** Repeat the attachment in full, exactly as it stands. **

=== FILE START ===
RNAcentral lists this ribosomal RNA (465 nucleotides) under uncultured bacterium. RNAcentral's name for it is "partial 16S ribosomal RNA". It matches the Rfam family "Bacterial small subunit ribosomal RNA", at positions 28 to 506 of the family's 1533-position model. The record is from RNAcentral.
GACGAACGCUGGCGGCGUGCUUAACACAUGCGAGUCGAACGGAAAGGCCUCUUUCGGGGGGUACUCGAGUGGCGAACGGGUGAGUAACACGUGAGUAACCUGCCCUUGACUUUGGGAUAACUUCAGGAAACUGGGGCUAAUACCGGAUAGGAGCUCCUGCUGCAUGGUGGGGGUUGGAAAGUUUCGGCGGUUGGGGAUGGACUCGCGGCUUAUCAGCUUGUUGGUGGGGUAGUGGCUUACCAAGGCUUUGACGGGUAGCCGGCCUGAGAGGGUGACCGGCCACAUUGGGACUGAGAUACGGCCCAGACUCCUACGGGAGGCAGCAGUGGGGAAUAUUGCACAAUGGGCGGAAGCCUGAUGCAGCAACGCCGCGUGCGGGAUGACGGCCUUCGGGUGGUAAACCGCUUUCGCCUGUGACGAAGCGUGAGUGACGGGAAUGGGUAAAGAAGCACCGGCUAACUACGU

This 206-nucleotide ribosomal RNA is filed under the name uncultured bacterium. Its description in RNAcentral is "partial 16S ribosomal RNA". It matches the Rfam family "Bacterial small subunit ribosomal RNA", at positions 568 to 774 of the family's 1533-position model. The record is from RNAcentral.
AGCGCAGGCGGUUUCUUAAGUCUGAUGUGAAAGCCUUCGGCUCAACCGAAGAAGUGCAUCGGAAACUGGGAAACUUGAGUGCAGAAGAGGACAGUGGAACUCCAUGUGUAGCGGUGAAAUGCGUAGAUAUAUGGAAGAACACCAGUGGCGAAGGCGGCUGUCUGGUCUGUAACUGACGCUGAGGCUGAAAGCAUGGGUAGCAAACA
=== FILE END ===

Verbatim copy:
RNAcentral lists this ribosomal RNA (465 nucleotides) under uncultured bacterium. RNAcentral's name for it is "partial 16S ribosomal RNA". It matches the Rfam family "Bacterial small subunit ribosomal RNA", at positions 28 to 506 of the family's 1533-position model. The record is from RNAcentral.
GACGAACGCUGGCGGCGUGCUUAACACAUGCGAGUCGAACGGAAAGGCCUCUUUCGGGGGGUACUCGAGUGGCGAACGGGUGAGUAACACGUGAGUAACCUGCCCUUGACUUUGGGAUAACUUCAGGAAACUGGGGCUAAUACCGGAUAGGAGCUCCUGCUGCAUGGUGGGGGUUGGAAAGUUUCGGCGGUUGGGGAUGGACUCGCGGCUUAUCAGCUUGUUGGUGGGGUAGUGGCUUACCAAGGCUUUGACGGGUAGCCGGCCUGAGAGGGUGACCGGCCACAUUGGGACUGAGAUACGGCCCAGACUCCUACGGGAGGCAGCAGUGGGGAAUAUUGCACAAUGGGCGGAAGCCUGAUGCAGCAACGCCGCGUGCGGGAUGACGGCCUUCGGGUGGUAAACCGCUUUCGCCUGUGACGAAGCGUGAGUGACGGGAAUGGGUAAAGAAGCACCGGCUAACUACGU

This 206-nucleotide ribosomal RNA is filed under the name uncultured bacterium. Its description in RNAcentral is "partial 16S ribosomal RNA". It matches the Rfam family "Bacterial small subunit ribosomal RNA", at positions 568 to 774 of the family's 1533-position model. The record is from RNAcentral.
AGCGCAGGCGGUUUCUUAAGUCUGAUGUGAAAGCCUUCGGCUCAACCGAAGAAGUGCAUCGGAAACUGGGAAACUUGAGUGCAGAAGAGGACAGUGGAACUCCAUGUGUAGCGGUGAAAUGCGUAGAUAUAUGGAAGAACACCAGUGGCGAAGGCGGCUGUCUGGUCUGUAACUGACGCUGAGGCUGAAAGCAUGGGUAGCAAACA